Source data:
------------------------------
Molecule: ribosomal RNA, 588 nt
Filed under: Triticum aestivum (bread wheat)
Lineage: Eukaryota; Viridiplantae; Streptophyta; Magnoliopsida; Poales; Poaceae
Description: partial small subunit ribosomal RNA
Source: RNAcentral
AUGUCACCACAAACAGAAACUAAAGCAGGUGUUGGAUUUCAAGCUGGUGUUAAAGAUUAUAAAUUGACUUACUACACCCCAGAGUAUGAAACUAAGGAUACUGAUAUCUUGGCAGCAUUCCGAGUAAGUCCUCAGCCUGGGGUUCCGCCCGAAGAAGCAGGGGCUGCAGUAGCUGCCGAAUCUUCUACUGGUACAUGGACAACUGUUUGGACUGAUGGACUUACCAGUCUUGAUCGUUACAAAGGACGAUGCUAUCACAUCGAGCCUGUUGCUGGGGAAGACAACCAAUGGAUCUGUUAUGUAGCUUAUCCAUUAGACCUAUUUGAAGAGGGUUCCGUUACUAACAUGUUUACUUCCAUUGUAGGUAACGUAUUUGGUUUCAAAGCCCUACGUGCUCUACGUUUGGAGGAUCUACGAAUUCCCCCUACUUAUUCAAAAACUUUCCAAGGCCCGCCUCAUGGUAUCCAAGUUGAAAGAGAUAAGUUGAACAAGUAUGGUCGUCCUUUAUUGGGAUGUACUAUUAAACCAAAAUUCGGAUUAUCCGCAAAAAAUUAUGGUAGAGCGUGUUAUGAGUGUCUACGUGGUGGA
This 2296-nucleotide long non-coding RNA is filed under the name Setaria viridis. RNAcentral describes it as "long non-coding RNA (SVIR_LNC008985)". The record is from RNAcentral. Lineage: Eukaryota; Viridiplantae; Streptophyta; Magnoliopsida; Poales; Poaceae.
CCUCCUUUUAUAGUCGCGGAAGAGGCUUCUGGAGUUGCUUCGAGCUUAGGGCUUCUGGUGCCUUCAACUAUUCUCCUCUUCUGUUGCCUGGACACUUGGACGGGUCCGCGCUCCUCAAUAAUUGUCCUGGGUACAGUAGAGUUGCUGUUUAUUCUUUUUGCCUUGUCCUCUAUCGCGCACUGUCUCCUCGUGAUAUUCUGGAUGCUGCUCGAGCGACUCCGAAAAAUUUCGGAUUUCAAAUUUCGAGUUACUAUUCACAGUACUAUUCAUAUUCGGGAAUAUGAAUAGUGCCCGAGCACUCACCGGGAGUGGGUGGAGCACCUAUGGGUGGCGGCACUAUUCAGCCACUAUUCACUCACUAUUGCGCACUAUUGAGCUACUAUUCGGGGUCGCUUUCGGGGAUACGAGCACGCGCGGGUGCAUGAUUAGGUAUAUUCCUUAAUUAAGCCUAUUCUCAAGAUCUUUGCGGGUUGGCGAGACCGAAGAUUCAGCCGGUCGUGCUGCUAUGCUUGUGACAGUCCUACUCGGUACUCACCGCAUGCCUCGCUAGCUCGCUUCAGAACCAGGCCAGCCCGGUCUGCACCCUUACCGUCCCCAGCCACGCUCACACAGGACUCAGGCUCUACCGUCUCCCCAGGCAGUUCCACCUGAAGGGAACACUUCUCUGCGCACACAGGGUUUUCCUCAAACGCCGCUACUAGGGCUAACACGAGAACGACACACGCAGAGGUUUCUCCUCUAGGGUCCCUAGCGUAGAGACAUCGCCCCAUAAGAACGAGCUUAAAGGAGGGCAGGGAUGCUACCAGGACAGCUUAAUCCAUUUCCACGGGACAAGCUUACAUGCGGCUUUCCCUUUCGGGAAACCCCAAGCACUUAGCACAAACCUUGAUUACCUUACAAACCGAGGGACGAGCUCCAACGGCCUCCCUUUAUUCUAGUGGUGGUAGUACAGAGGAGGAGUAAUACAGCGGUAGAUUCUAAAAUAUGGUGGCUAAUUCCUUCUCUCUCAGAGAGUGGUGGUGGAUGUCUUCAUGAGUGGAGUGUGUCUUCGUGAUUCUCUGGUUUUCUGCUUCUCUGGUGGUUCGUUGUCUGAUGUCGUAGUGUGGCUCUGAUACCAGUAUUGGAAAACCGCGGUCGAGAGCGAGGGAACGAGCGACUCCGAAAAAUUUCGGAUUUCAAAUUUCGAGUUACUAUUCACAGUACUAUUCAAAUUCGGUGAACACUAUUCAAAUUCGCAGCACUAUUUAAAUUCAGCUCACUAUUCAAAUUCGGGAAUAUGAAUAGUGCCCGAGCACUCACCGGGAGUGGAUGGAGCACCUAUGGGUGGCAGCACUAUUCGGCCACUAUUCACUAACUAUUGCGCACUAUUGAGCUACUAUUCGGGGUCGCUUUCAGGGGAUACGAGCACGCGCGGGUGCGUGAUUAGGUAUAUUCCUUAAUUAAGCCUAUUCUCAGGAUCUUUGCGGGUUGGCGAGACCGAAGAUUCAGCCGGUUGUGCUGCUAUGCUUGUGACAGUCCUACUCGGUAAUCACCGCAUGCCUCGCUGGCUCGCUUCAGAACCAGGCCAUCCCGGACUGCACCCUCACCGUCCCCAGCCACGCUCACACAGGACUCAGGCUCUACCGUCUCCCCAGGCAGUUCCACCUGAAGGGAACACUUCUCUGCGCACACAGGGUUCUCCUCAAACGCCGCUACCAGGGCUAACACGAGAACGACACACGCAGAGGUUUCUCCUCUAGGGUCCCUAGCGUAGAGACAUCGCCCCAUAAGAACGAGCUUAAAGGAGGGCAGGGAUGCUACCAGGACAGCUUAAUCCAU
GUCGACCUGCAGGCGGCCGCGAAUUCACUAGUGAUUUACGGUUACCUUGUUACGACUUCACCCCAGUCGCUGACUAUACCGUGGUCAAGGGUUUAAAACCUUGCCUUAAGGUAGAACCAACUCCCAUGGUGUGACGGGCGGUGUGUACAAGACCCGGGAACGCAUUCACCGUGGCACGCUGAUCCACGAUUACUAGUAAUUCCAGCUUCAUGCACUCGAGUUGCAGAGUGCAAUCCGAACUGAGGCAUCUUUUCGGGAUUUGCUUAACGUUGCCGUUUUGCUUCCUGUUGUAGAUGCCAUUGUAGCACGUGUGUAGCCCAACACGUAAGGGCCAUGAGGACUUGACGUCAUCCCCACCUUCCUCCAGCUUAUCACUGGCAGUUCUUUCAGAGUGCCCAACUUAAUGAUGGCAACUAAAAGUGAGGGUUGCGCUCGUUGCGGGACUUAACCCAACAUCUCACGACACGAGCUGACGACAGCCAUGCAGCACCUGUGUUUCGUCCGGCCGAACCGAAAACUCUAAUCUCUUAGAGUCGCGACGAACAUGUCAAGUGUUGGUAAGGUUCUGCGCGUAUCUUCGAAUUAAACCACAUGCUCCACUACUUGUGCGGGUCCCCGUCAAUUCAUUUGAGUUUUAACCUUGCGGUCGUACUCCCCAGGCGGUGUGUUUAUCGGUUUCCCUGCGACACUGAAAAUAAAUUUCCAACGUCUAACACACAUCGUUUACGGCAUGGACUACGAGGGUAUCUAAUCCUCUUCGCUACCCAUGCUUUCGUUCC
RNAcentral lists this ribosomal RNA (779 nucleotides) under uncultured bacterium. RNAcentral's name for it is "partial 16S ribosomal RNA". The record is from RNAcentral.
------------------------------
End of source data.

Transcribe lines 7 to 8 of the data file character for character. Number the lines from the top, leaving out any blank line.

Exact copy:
This 2296-nucleotide long non-coding RNA is filed under the name Setaria viridis. RNAcentral describes it as "long non-coding RNA (SVIR_LNC008985)". The record is from RNAcentral. Lineage: Eukaryota; Viridiplantae; Streptophyta; Magnoliopsida; Poales; Poaceae.
CCUCCUUUUAUAGUCGCGGAAGAGGCUUCUGGAGUUGCUUCGAGCUUAGGGCUUCUGGUGCCUUCAACUAUUCUCCUCUUCUGUUGCCUGGACACUUGGACGGGUCCGCGCUCCUCAAUAAUUGUCCUGGGUACAGUAGAGUUGCUGUUUAUUCUUUUUGCCUUGUCCUCUAUCGCGCACUGUCUCCUCGUGAUAUUCUGGAUGCUGCUCGAGCGACUCCGAAAAAUUUCGGAUUUCAAAUUUCGAGUUACUAUUCACAGUACUAUUCAUAUUCGGGAAUAUGAAUAGUGCCCGAGCACUCACCGGGAGUGGGUGGAGCACCUAUGGGUGGCGGCACUAUUCAGCCACUAUUCACUCACUAUUGCGCACUAUUGAGCUACUAUUCGGGGUCGCUUUCGGGGAUACGAGCACGCGCGGGUGCAUGAUUAGGUAUAUUCCUUAAUUAAGCCUAUUCUCAAGAUCUUUGCGGGUUGGCGAGACCGAAGAUUCAGCCGGUCGUGCUGCUAUGCUUGUGACAGUCCUACUCGGUACUCACCGCAUGCCUCGCUAGCUCGCUUCAGAACCAGGCCAGCCCGGUCUGCACCCUUACCGUCCCCAGCCACGCUCACACAGGACUCAGGCUCUACCGUCUCCCCAGGCAGUUCCACCUGAAGGGAACACUUCUCUGCGCACACAGGGUUUUCCUCAAACGCCGCUACUAGGGCUAACACGAGAACGACACACGCAGAGGUUUCUCCUCUAGGGUCCCUAGCGUAGAGACAUCGCCCCAUAAGAACGAGCUUAAAGGAGGGCAGGGAUGCUACCAGGACAGCUUAAUCCAUUUCCACGGGACAAGCUUACAUGCGGCUUUCCCUUUCGGGAAACCCCAAGCACUUAGCACAAACCUUGAUUACCUUACAAACCGAGGGACGAGCUCCAACGGCCUCCCUUUAUUCUAGUGGUGGUAGUACAGAGGAGGAGUAAUACAGCGGUAGAUUCUAAAAUAUGGUGGCUAAUUCCUUCUCUCUCAGAGAGUGGUGGUGGAUGUCUUCAUGAGUGGAGUGUGUCUUCGUGAUUCUCUGGUUUUCUGCUUCUCUGGUGGUUCGUUGUCUGAUGUCGUAGUGUGGCUCUGAUACCAGUAUUGGAAAACCGCGGUCGAGAGCGAGGGAACGAGCGACUCCGAAAAAUUUCGGAUUUCAAAUUUCGAGUUACUAUUCACAGUACUAUUCAAAUUCGGUGAACACUAUUCAAAUUCGCAGCACUAUUUAAAUUCAGCUCACUAUUCAAAUUCGGGAAUAUGAAUAGUGCCCGAGCACUCACCGGGAGUGGAUGGAGCACCUAUGGGUGGCAGCACUAUUCGGCCACUAUUCACUAACUAUUGCGCACUAUUGAGCUACUAUUCGGGGUCGCUUUCAGGGGAUACGAGCACGCGCGGGUGCGUGAUUAGGUAUAUUCCUUAAUUAAGCCUAUUCUCAGGAUCUUUGCGGGUUGGCGAGACCGAAGAUUCAGCCGGUUGUGCUGCUAUGCUUGUGACAGUCCUACUCGGUAAUCACCGCAUGCCUCGCUGGCUCGCUUCAGAACCAGGCCAUCCCGGACUGCACCCUCACCGUCCCCAGCCACGCUCACACAGGACUCAGGCUCUACCGUCUCCCCAGGCAGUUCCACCUGAAGGGAACACUUCUCUGCGCACACAGGGUUCUCCUCAAACGCCGCUACCAGGGCUAACACGAGAACGACACACGCAGAGGUUUCUCCUCUAGGGUCCCUAGCGUAGAGACAUCGCCCCAUAAGAACGAGCUUAAAGGAGGGCAGGGAUGCUACCAGGACAGCUUAAUCCAU